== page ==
Merger Mania: How to Keep Employees on Track When Companies Combine

As Apple grapples with its largest-ever buyout, 2014 is fast becoming a banner year for corporate mergers and acquisitions. Despite all the headlines, the $3-billion Beats deal — and a similarly sized buyout of Trulia by Zillow — are just drops in the bucket compared to Rupert Murdoch’s rebuffed $80-billion offer for Time Warner. With Big Pharma in the midst of big consolidation, the total value of the M&A deals this year already tops $1.75 trillion.

In the midst of a company merger, it’s easy to get caught up in the high-stakes dealing and neglect one of your most important assets: your employees. How do you manage staff to keep them focused and motivated through the uncertain times of a company merger?

Here are five key strategies to bear in mind:

1. Communicate openly and often.

When information is scarce, imaginations run wild. Disable the rumor mill by keeping staff well informed. Provide updates as frequently as possible throughout all stages of the process. Beats employees have even been given a special hotline to Apple HR.

2. Maintain training and development.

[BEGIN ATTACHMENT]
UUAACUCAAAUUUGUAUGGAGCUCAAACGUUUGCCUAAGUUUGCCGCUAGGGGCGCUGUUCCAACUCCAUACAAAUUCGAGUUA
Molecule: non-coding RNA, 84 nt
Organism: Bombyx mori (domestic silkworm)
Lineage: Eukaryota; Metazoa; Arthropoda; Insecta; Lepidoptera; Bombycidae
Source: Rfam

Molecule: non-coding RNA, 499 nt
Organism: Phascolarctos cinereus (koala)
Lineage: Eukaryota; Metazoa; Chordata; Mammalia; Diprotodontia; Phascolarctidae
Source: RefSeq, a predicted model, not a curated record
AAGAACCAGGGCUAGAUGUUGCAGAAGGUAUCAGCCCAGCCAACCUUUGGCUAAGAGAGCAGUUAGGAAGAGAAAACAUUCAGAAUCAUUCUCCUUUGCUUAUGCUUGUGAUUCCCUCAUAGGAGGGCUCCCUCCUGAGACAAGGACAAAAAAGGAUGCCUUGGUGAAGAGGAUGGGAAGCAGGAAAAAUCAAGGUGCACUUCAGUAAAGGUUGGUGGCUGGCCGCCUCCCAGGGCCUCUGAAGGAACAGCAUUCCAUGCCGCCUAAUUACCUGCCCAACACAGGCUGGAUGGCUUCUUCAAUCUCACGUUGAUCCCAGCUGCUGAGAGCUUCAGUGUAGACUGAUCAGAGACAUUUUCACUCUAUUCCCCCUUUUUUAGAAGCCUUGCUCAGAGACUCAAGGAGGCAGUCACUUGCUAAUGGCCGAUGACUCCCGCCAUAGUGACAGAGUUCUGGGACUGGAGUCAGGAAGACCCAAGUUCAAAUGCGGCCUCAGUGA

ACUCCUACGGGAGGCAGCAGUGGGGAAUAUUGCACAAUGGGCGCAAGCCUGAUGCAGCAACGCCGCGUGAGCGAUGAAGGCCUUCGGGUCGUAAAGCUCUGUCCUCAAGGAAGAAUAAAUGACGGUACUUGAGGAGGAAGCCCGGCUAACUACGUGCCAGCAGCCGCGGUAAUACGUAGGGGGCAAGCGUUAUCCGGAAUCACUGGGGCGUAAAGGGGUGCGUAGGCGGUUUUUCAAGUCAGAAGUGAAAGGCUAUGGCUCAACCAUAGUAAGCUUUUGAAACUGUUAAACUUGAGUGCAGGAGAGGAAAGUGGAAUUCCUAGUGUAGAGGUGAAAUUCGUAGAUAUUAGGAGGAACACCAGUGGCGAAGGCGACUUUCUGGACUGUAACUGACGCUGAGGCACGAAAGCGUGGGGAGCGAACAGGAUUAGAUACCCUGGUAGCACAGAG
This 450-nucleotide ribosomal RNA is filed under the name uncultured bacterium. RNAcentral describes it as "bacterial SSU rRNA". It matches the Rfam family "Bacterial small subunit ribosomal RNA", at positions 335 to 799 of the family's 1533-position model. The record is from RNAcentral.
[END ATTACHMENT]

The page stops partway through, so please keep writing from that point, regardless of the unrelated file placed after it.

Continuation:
It’s normal to try to improve your bottom line before a company merger, but think twice before you cut back on training and development. It will stand your employees in good stead whether they remain with you or not and send the message you value them in this volatile time. 

3. Monitor workloads.

One consequence of a company merger can be changed roles or increased workloads. Have one-on-one conversations with employees about their potential new responsibilities and communicate your concern for their well-being throughout the process. If needed, bring in consultants who can come in on a project basis to provide specialized expertise and alleviate the burden on your full-time staff.

4. Offer retention incentives.

Bonuses for staying with the combined company can help key employees feel valued. Build these costs into the financial planning for the M&A deal. But, remember, this can be a temporary measure and won’t necessarily rebuild long-term trust.

5. Avoid a culture clash.

A company merger brings together two different corporate cultures. Take time to understand the differences, define the combined culture that you want to build and make a plan to develop it.

Have you been through an M&A experience? Share your thoughts below.